Spratling, William

Country

City

Era

Description

Specialties

  • Teacher in the Architecture Department at Tulane University.
  • Silversmith
  • Designer

1925

  • Traveled to Mexico to study Spanish Colonial architecture.
  • Made his first visit to Taxco and decided to live there.

1929

  • Moved to Mexico.
  • Invested it in a house in Taxco, near the silver mining region of Mexico.
  • Spratling created a jewelry workshop in Taxco.
  • Silver was not the usual jewelry material in Mexico and workers had to be trained.
  • Created an apprenticeship system, training many who would later be famous in their own right.
  • Used native materials such as amethyst, turquoise and rosewood in his designs.

1935

  • Moved to a larger shop to accommodate the large number of tourists coming in on the improved roadways.
  • Sold furniture, rugs, wood and tin articles along with his silver jewelry.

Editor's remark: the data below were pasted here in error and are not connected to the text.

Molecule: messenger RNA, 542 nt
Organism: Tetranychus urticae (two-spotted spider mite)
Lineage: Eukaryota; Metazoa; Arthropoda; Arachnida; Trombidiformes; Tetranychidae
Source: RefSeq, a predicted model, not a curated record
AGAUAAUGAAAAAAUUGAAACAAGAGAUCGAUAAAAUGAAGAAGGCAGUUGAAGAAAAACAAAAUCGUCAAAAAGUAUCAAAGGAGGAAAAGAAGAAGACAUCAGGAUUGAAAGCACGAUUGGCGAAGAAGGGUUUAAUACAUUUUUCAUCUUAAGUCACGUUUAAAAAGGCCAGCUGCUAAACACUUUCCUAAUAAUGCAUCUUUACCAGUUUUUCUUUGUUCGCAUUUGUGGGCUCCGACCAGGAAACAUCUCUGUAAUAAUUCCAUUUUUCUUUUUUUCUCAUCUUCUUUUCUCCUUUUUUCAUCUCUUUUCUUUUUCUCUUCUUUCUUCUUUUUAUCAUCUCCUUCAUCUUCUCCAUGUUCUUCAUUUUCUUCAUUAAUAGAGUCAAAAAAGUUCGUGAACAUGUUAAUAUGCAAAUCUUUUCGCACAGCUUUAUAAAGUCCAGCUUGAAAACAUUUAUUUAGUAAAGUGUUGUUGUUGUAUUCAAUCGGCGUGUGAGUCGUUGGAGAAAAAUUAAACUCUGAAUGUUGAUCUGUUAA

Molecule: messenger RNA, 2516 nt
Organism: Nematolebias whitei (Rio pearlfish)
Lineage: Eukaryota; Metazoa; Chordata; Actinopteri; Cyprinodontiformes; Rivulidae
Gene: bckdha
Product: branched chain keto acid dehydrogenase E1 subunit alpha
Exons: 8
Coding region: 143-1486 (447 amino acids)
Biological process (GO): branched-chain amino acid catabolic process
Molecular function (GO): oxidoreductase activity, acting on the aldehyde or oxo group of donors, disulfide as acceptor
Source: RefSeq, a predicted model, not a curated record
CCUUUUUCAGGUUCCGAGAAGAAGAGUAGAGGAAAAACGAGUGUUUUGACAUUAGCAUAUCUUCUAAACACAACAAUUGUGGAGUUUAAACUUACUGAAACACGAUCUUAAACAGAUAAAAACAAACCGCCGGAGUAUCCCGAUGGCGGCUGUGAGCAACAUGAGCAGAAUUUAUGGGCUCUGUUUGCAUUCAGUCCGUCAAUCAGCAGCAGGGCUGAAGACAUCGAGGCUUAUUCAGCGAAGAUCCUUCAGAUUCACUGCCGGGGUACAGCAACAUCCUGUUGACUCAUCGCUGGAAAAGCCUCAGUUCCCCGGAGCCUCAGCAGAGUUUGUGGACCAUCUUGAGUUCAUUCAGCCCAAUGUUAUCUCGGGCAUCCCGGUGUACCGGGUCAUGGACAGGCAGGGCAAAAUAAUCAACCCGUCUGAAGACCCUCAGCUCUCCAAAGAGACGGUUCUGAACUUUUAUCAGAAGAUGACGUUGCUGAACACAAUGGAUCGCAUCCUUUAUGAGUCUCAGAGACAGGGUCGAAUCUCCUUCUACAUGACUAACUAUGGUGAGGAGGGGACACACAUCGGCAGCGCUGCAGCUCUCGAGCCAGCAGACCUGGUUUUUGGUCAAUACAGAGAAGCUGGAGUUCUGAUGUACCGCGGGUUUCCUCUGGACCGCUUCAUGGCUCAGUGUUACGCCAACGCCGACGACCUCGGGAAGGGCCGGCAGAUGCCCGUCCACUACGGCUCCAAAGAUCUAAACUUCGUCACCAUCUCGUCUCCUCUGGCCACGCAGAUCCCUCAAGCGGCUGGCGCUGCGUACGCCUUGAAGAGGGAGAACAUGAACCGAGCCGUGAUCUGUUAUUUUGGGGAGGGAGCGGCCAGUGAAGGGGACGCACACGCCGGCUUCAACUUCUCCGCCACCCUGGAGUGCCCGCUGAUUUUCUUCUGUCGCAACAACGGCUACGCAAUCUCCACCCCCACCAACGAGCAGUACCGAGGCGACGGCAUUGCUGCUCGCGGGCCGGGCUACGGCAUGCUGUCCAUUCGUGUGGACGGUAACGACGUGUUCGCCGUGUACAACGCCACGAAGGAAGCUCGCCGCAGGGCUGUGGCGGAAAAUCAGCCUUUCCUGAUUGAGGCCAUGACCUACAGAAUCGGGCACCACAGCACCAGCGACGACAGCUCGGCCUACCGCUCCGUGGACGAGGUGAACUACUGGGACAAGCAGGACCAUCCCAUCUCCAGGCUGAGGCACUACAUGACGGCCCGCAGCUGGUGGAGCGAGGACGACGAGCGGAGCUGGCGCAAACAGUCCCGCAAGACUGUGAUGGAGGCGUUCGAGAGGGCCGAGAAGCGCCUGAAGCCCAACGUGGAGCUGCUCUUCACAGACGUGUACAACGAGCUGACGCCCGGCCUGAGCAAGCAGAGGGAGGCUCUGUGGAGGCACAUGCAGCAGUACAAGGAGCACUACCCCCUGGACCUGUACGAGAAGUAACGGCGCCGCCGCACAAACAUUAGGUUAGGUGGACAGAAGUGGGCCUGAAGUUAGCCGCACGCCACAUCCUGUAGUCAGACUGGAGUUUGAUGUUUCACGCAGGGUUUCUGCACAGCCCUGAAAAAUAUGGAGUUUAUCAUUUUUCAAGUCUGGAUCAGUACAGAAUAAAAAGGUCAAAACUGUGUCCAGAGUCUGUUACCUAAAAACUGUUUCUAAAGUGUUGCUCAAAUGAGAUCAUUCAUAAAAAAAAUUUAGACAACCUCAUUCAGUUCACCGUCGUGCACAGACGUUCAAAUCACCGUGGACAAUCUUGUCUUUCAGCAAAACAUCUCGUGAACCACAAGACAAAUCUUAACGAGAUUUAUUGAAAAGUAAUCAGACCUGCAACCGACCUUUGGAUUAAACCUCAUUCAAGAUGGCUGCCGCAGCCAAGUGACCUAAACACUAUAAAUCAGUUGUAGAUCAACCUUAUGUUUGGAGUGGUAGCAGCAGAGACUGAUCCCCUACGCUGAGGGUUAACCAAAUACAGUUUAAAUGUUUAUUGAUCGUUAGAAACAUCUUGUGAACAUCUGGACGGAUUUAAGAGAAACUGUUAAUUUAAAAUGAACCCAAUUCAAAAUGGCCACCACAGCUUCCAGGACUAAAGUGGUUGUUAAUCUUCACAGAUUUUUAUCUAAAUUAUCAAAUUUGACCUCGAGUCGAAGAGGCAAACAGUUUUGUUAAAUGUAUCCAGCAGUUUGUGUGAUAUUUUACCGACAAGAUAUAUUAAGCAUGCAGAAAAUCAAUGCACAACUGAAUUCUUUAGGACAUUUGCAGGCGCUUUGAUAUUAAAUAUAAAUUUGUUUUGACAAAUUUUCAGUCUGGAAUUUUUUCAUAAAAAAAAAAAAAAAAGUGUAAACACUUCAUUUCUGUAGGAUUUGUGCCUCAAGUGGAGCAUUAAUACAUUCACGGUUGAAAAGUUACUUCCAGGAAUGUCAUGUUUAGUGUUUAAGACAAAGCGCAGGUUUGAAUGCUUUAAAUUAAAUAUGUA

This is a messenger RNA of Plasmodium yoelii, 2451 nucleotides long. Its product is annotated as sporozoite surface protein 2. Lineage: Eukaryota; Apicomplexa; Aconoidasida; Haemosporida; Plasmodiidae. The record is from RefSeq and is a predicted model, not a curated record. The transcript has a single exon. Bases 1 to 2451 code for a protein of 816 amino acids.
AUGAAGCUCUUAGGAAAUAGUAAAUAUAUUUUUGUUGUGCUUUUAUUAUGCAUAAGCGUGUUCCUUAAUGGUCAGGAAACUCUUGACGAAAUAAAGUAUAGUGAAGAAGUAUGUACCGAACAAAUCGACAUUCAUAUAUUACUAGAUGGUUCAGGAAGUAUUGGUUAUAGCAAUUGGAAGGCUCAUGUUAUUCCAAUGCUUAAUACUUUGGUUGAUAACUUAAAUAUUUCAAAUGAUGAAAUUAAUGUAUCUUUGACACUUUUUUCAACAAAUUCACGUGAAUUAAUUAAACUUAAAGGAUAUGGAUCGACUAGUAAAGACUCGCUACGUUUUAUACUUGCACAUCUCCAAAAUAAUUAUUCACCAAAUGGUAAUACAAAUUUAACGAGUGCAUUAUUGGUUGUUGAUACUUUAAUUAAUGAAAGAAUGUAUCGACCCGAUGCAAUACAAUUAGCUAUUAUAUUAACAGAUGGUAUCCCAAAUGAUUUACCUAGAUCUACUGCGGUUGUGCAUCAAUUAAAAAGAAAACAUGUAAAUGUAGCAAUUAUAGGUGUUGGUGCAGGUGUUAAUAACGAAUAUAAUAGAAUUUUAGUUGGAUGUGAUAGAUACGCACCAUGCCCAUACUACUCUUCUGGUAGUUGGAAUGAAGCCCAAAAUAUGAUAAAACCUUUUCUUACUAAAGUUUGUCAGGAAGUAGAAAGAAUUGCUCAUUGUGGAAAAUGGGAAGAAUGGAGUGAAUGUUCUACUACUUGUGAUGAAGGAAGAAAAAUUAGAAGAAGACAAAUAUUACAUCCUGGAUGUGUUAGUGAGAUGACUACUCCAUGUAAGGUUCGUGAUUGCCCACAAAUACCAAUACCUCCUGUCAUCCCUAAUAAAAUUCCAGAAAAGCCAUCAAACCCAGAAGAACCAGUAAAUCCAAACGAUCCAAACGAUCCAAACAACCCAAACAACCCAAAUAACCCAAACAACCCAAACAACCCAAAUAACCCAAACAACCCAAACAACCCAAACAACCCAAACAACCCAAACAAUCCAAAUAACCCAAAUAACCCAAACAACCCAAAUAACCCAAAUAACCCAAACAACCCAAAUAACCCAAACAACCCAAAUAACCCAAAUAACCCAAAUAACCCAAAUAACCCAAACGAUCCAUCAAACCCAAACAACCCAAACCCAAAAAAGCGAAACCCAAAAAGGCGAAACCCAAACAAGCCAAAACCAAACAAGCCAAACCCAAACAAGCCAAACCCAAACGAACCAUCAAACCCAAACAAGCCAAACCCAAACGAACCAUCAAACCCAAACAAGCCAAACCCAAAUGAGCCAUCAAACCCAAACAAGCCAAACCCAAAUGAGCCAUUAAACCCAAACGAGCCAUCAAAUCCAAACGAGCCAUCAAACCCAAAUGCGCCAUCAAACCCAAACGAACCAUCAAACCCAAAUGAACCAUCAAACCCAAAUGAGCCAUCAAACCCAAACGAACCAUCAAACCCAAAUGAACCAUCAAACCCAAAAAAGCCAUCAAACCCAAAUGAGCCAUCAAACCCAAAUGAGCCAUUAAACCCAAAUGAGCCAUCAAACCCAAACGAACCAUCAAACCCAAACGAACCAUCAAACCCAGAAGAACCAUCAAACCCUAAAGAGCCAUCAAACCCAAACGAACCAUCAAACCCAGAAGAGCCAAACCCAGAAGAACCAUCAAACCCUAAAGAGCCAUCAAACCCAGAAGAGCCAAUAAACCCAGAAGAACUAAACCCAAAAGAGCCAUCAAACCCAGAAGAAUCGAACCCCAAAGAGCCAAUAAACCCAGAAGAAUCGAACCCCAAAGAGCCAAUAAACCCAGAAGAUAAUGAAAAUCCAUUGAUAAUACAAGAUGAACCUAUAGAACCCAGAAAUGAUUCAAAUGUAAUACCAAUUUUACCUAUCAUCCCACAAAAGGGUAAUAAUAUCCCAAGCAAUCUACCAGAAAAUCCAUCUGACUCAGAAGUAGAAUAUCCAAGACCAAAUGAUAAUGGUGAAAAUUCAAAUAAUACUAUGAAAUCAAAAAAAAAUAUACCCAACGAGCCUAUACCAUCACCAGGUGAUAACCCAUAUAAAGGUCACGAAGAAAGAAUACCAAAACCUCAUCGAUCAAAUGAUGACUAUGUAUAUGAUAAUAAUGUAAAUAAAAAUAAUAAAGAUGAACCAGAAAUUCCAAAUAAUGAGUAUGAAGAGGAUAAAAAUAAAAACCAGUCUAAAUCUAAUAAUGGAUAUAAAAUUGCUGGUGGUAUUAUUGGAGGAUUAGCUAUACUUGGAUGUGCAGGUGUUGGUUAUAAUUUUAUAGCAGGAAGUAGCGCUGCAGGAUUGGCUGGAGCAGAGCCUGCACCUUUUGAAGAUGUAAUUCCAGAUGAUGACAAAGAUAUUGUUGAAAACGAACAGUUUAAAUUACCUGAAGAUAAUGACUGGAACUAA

1944

  • Went to Alaska at the invitation of the U.S. Department of the Interior.
  • Created 200 designs based on Alaskan motifs.
  • Trained Alaskans in Taxco and sent them back to train others.

1946

  • Spratling y Artisanos had 422 workers.
    • Hundreds of small shops were opened by men trained in Spratling workshops.

1967

  • Spratling died.
  • Alberto Ulrich purchased the estate and continued to produce jewelry under the name “Sucesores de William Spratling S.A.”
  • Spratling was known throughout Mexico as the “Father of Mexican Silver.”